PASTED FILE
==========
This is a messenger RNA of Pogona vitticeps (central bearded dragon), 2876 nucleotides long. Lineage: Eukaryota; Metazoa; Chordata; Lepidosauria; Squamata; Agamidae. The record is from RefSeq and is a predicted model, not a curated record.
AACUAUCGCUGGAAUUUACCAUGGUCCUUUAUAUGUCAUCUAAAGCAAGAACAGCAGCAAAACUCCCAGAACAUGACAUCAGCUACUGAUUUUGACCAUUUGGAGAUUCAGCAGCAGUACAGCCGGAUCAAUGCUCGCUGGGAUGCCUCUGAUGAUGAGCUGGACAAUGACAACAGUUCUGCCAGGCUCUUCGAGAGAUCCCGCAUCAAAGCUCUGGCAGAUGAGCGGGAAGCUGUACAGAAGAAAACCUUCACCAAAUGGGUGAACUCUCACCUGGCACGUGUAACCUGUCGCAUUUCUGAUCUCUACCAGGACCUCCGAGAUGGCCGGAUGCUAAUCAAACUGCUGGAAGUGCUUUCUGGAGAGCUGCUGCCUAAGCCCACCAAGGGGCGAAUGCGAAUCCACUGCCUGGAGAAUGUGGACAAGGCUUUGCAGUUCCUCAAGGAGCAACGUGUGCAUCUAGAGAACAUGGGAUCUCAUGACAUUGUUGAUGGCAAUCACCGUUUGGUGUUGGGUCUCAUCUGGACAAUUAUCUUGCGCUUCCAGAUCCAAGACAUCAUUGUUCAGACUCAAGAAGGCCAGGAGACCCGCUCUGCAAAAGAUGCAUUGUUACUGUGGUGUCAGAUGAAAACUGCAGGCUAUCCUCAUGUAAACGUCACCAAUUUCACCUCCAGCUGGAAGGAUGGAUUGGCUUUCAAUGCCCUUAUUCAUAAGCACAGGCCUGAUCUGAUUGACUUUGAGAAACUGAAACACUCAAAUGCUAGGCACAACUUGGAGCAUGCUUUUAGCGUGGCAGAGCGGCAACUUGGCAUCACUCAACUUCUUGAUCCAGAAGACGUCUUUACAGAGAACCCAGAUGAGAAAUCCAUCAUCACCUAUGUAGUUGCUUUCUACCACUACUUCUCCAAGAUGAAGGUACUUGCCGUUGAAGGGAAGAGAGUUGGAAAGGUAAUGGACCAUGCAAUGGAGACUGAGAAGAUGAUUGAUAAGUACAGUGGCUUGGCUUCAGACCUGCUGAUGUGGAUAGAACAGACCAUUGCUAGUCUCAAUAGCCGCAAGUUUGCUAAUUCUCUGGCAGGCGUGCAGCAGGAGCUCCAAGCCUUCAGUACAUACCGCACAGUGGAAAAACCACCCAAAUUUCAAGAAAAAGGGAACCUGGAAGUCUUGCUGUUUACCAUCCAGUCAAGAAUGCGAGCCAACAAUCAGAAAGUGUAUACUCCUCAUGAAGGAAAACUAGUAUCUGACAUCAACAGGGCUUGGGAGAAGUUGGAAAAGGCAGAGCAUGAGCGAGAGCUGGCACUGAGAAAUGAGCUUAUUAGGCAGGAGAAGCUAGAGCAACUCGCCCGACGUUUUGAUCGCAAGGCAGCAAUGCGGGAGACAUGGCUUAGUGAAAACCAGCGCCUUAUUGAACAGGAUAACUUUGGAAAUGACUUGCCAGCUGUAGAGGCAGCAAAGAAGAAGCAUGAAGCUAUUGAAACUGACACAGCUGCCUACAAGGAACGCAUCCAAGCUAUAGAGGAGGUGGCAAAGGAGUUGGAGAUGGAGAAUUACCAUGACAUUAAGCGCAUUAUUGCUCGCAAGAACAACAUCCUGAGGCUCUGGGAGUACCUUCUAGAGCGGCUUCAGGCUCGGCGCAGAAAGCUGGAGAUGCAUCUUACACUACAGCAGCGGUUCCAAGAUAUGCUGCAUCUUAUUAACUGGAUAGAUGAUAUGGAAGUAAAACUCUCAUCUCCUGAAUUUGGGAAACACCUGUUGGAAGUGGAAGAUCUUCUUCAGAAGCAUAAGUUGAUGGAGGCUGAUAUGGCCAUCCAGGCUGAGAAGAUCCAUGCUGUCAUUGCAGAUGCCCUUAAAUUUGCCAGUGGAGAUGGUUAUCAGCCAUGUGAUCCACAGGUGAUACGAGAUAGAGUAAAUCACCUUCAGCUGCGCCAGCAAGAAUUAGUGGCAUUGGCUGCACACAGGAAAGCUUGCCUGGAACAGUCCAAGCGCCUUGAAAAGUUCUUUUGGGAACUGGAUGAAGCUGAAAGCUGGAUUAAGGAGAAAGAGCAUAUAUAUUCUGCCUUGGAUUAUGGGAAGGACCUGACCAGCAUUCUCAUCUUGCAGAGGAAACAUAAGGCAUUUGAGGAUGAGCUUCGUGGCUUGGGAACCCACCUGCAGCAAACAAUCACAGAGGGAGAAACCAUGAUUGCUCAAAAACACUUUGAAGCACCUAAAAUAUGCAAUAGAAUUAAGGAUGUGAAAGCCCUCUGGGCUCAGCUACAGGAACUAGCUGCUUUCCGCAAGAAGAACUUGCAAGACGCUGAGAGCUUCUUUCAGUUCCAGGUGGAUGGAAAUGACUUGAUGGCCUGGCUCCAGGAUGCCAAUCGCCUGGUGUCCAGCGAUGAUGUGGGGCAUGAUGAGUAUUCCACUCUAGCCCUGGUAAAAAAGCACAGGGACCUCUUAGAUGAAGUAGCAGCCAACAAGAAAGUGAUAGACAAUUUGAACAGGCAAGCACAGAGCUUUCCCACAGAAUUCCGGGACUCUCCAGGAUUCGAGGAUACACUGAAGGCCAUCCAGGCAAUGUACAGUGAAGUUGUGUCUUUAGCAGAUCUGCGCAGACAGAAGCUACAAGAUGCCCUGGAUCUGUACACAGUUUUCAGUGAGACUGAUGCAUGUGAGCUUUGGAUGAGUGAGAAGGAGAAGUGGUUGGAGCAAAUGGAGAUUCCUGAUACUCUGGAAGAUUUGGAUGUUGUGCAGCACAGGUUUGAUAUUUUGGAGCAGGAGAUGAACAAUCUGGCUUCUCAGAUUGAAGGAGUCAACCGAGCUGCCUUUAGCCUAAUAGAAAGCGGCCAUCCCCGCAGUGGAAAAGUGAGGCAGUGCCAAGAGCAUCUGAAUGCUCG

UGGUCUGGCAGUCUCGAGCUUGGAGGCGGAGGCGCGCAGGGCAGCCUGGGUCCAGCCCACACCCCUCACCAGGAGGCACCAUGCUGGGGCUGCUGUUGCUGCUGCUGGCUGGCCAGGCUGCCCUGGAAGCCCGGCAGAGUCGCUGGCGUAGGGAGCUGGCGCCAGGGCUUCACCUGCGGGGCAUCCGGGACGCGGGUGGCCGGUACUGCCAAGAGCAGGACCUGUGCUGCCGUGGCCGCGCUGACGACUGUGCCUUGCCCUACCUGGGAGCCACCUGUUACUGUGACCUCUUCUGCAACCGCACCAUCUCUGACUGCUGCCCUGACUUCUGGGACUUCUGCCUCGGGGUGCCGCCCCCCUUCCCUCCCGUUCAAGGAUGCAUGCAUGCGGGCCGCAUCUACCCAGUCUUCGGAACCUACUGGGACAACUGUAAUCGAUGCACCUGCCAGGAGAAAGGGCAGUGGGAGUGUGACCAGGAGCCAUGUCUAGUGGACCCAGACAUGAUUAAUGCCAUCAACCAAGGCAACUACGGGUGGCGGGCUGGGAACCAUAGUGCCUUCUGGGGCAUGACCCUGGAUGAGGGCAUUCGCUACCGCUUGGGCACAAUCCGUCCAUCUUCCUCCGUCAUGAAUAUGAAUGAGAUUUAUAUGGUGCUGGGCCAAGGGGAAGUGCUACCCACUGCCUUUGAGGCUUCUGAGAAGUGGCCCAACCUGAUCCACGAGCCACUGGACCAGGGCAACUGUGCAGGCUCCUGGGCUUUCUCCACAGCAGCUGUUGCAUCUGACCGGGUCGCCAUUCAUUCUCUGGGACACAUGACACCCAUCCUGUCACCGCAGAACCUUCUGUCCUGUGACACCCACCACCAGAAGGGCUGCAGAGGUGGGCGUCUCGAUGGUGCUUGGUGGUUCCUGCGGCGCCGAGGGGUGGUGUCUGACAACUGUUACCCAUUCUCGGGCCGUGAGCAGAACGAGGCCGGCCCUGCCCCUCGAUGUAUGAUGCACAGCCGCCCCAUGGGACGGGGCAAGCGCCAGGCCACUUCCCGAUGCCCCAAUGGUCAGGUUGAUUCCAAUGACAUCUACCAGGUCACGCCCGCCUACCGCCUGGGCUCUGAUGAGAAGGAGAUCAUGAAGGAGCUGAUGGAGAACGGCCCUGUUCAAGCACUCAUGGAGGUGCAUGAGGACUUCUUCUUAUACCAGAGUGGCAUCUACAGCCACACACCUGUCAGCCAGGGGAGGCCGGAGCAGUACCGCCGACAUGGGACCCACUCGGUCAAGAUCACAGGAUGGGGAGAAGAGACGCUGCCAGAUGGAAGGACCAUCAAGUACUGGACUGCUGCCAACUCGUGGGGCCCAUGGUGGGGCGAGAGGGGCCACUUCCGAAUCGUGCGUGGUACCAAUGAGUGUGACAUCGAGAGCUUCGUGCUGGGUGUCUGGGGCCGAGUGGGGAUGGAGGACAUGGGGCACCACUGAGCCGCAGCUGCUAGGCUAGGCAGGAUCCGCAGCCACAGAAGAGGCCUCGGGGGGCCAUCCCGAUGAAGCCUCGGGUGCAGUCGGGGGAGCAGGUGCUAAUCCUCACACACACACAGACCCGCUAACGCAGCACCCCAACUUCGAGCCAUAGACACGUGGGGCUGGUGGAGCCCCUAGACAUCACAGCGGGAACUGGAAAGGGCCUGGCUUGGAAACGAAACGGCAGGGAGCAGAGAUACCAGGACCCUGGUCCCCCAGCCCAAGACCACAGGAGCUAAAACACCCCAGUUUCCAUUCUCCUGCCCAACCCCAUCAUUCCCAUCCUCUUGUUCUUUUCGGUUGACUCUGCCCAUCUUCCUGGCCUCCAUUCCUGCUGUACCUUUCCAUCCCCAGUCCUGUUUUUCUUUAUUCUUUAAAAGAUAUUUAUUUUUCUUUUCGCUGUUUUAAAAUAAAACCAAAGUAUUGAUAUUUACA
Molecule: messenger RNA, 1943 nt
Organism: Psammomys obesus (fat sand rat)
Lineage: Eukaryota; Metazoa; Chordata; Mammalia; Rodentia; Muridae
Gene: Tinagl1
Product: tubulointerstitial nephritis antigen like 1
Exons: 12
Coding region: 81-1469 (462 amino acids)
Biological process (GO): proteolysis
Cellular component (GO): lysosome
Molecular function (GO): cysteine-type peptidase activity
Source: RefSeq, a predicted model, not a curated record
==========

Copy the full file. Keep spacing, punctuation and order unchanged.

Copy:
This is a messenger RNA of Pogona vitticeps (central bearded dragon), 2876 nucleotides long. Lineage: Eukaryota; Metazoa; Chordata; Lepidosauria; Squamata; Agamidae. The record is from RefSeq and is a predicted model, not a curated record.
AACUAUCGCUGGAAUUUACCAUGGUCCUUUAUAUGUCAUCUAAAGCAAGAACAGCAGCAAAACUCCCAGAACAUGACAUCAGCUACUGAUUUUGACCAUUUGGAGAUUCAGCAGCAGUACAGCCGGAUCAAUGCUCGCUGGGAUGCCUCUGAUGAUGAGCUGGACAAUGACAACAGUUCUGCCAGGCUCUUCGAGAGAUCCCGCAUCAAAGCUCUGGCAGAUGAGCGGGAAGCUGUACAGAAGAAAACCUUCACCAAAUGGGUGAACUCUCACCUGGCACGUGUAACCUGUCGCAUUUCUGAUCUCUACCAGGACCUCCGAGAUGGCCGGAUGCUAAUCAAACUGCUGGAAGUGCUUUCUGGAGAGCUGCUGCCUAAGCCCACCAAGGGGCGAAUGCGAAUCCACUGCCUGGAGAAUGUGGACAAGGCUUUGCAGUUCCUCAAGGAGCAACGUGUGCAUCUAGAGAACAUGGGAUCUCAUGACAUUGUUGAUGGCAAUCACCGUUUGGUGUUGGGUCUCAUCUGGACAAUUAUCUUGCGCUUCCAGAUCCAAGACAUCAUUGUUCAGACUCAAGAAGGCCAGGAGACCCGCUCUGCAAAAGAUGCAUUGUUACUGUGGUGUCAGAUGAAAACUGCAGGCUAUCCUCAUGUAAACGUCACCAAUUUCACCUCCAGCUGGAAGGAUGGAUUGGCUUUCAAUGCCCUUAUUCAUAAGCACAGGCCUGAUCUGAUUGACUUUGAGAAACUGAAACACUCAAAUGCUAGGCACAACUUGGAGCAUGCUUUUAGCGUGGCAGAGCGGCAACUUGGCAUCACUCAACUUCUUGAUCCAGAAGACGUCUUUACAGAGAACCCAGAUGAGAAAUCCAUCAUCACCUAUGUAGUUGCUUUCUACCACUACUUCUCCAAGAUGAAGGUACUUGCCGUUGAAGGGAAGAGAGUUGGAAAGGUAAUGGACCAUGCAAUGGAGACUGAGAAGAUGAUUGAUAAGUACAGUGGCUUGGCUUCAGACCUGCUGAUGUGGAUAGAACAGACCAUUGCUAGUCUCAAUAGCCGCAAGUUUGCUAAUUCUCUGGCAGGCGUGCAGCAGGAGCUCCAAGCCUUCAGUACAUACCGCACAGUGGAAAAACCACCCAAAUUUCAAGAAAAAGGGAACCUGGAAGUCUUGCUGUUUACCAUCCAGUCAAGAAUGCGAGCCAACAAUCAGAAAGUGUAUACUCCUCAUGAAGGAAAACUAGUAUCUGACAUCAACAGGGCUUGGGAGAAGUUGGAAAAGGCAGAGCAUGAGCGAGAGCUGGCACUGAGAAAUGAGCUUAUUAGGCAGGAGAAGCUAGAGCAACUCGCCCGACGUUUUGAUCGCAAGGCAGCAAUGCGGGAGACAUGGCUUAGUGAAAACCAGCGCCUUAUUGAACAGGAUAACUUUGGAAAUGACUUGCCAGCUGUAGAGGCAGCAAAGAAGAAGCAUGAAGCUAUUGAAACUGACACAGCUGCCUACAAGGAACGCAUCCAAGCUAUAGAGGAGGUGGCAAAGGAGUUGGAGAUGGAGAAUUACCAUGACAUUAAGCGCAUUAUUGCUCGCAAGAACAACAUCCUGAGGCUCUGGGAGUACCUUCUAGAGCGGCUUCAGGCUCGGCGCAGAAAGCUGGAGAUGCAUCUUACACUACAGCAGCGGUUCCAAGAUAUGCUGCAUCUUAUUAACUGGAUAGAUGAUAUGGAAGUAAAACUCUCAUCUCCUGAAUUUGGGAAACACCUGUUGGAAGUGGAAGAUCUUCUUCAGAAGCAUAAGUUGAUGGAGGCUGAUAUGGCCAUCCAGGCUGAGAAGAUCCAUGCUGUCAUUGCAGAUGCCCUUAAAUUUGCCAGUGGAGAUGGUUAUCAGCCAUGUGAUCCACAGGUGAUACGAGAUAGAGUAAAUCACCUUCAGCUGCGCCAGCAAGAAUUAGUGGCAUUGGCUGCACACAGGAAAGCUUGCCUGGAACAGUCCAAGCGCCUUGAAAAGUUCUUUUGGGAACUGGAUGAAGCUGAAAGCUGGAUUAAGGAGAAAGAGCAUAUAUAUUCUGCCUUGGAUUAUGGGAAGGACCUGACCAGCAUUCUCAUCUUGCAGAGGAAACAUAAGGCAUUUGAGGAUGAGCUUCGUGGCUUGGGAACCCACCUGCAGCAAACAAUCACAGAGGGAGAAACCAUGAUUGCUCAAAAACACUUUGAAGCACCUAAAAUAUGCAAUAGAAUUAAGGAUGUGAAAGCCCUCUGGGCUCAGCUACAGGAACUAGCUGCUUUCCGCAAGAAGAACUUGCAAGACGCUGAGAGCUUCUUUCAGUUCCAGGUGGAUGGAAAUGACUUGAUGGCCUGGCUCCAGGAUGCCAAUCGCCUGGUGUCCAGCGAUGAUGUGGGGCAUGAUGAGUAUUCCACUCUAGCCCUGGUAAAAAAGCACAGGGACCUCUUAGAUGAAGUAGCAGCCAACAAGAAAGUGAUAGACAAUUUGAACAGGCAAGCACAGAGCUUUCCCACAGAAUUCCGGGACUCUCCAGGAUUCGAGGAUACACUGAAGGCCAUCCAGGCAAUGUACAGUGAAGUUGUGUCUUUAGCAGAUCUGCGCAGACAGAAGCUACAAGAUGCCCUGGAUCUGUACACAGUUUUCAGUGAGACUGAUGCAUGUGAGCUUUGGAUGAGUGAGAAGGAGAAGUGGUUGGAGCAAAUGGAGAUUCCUGAUACUCUGGAAGAUUUGGAUGUUGUGCAGCACAGGUUUGAUAUUUUGGAGCAGGAGAUGAACAAUCUGGCUUCUCAGAUUGAAGGAGUCAACCGAGCUGCCUUUAGCCUAAUAGAAAGCGGCCAUCCCCGCAGUGGAAAAGUGAGGCAGUGCCAAGAGCAUCUGAAUGCUCG

UGGUCUGGCAGUCUCGAGCUUGGAGGCGGAGGCGCGCAGGGCAGCCUGGGUCCAGCCCACACCCCUCACCAGGAGGCACCAUGCUGGGGCUGCUGUUGCUGCUGCUGGCUGGCCAGGCUGCCCUGGAAGCCCGGCAGAGUCGCUGGCGUAGGGAGCUGGCGCCAGGGCUUCACCUGCGGGGCAUCCGGGACGCGGGUGGCCGGUACUGCCAAGAGCAGGACCUGUGCUGCCGUGGCCGCGCUGACGACUGUGCCUUGCCCUACCUGGGAGCCACCUGUUACUGUGACCUCUUCUGCAACCGCACCAUCUCUGACUGCUGCCCUGACUUCUGGGACUUCUGCCUCGGGGUGCCGCCCCCCUUCCCUCCCGUUCAAGGAUGCAUGCAUGCGGGCCGCAUCUACCCAGUCUUCGGAACCUACUGGGACAACUGUAAUCGAUGCACCUGCCAGGAGAAAGGGCAGUGGGAGUGUGACCAGGAGCCAUGUCUAGUGGACCCAGACAUGAUUAAUGCCAUCAACCAAGGCAACUACGGGUGGCGGGCUGGGAACCAUAGUGCCUUCUGGGGCAUGACCCUGGAUGAGGGCAUUCGCUACCGCUUGGGCACAAUCCGUCCAUCUUCCUCCGUCAUGAAUAUGAAUGAGAUUUAUAUGGUGCUGGGCCAAGGGGAAGUGCUACCCACUGCCUUUGAGGCUUCUGAGAAGUGGCCCAACCUGAUCCACGAGCCACUGGACCAGGGCAACUGUGCAGGCUCCUGGGCUUUCUCCACAGCAGCUGUUGCAUCUGACCGGGUCGCCAUUCAUUCUCUGGGACACAUGACACCCAUCCUGUCACCGCAGAACCUUCUGUCCUGUGACACCCACCACCAGAAGGGCUGCAGAGGUGGGCGUCUCGAUGGUGCUUGGUGGUUCCUGCGGCGCCGAGGGGUGGUGUCUGACAACUGUUACCCAUUCUCGGGCCGUGAGCAGAACGAGGCCGGCCCUGCCCCUCGAUGUAUGAUGCACAGCCGCCCCAUGGGACGGGGCAAGCGCCAGGCCACUUCCCGAUGCCCCAAUGGUCAGGUUGAUUCCAAUGACAUCUACCAGGUCACGCCCGCCUACCGCCUGGGCUCUGAUGAGAAGGAGAUCAUGAAGGAGCUGAUGGAGAACGGCCCUGUUCAAGCACUCAUGGAGGUGCAUGAGGACUUCUUCUUAUACCAGAGUGGCAUCUACAGCCACACACCUGUCAGCCAGGGGAGGCCGGAGCAGUACCGCCGACAUGGGACCCACUCGGUCAAGAUCACAGGAUGGGGAGAAGAGACGCUGCCAGAUGGAAGGACCAUCAAGUACUGGACUGCUGCCAACUCGUGGGGCCCAUGGUGGGGCGAGAGGGGCCACUUCCGAAUCGUGCGUGGUACCAAUGAGUGUGACAUCGAGAGCUUCGUGCUGGGUGUCUGGGGCCGAGUGGGGAUGGAGGACAUGGGGCACCACUGAGCCGCAGCUGCUAGGCUAGGCAGGAUCCGCAGCCACAGAAGAGGCCUCGGGGGGCCAUCCCGAUGAAGCCUCGGGUGCAGUCGGGGGAGCAGGUGCUAAUCCUCACACACACACAGACCCGCUAACGCAGCACCCCAACUUCGAGCCAUAGACACGUGGGGCUGGUGGAGCCCCUAGACAUCACAGCGGGAACUGGAAAGGGCCUGGCUUGGAAACGAAACGGCAGGGAGCAGAGAUACCAGGACCCUGGUCCCCCAGCCCAAGACCACAGGAGCUAAAACACCCCAGUUUCCAUUCUCCUGCCCAACCCCAUCAUUCCCAUCCUCUUGUUCUUUUCGGUUGACUCUGCCCAUCUUCCUGGCCUCCAUUCCUGCUGUACCUUUCCAUCCCCAGUCCUGUUUUUCUUUAUUCUUUAAAAGAUAUUUAUUUUUCUUUUCGCUGUUUUAAAAUAAAACCAAAGUAUUGAUAUUUACA
Molecule: messenger RNA, 1943 nt
Organism: Psammomys obesus (fat sand rat)
Lineage: Eukaryota; Metazoa; Chordata; Mammalia; Rodentia; Muridae
Gene: Tinagl1
Product: tubulointerstitial nephritis antigen like 1
Exons: 12
Coding region: 81-1469 (462 amino acids)
Biological process (GO): proteolysis
Cellular component (GO): lysosome
Molecular function (GO): cysteine-type peptidase activity
Source: RefSeq, a predicted model, not a curated record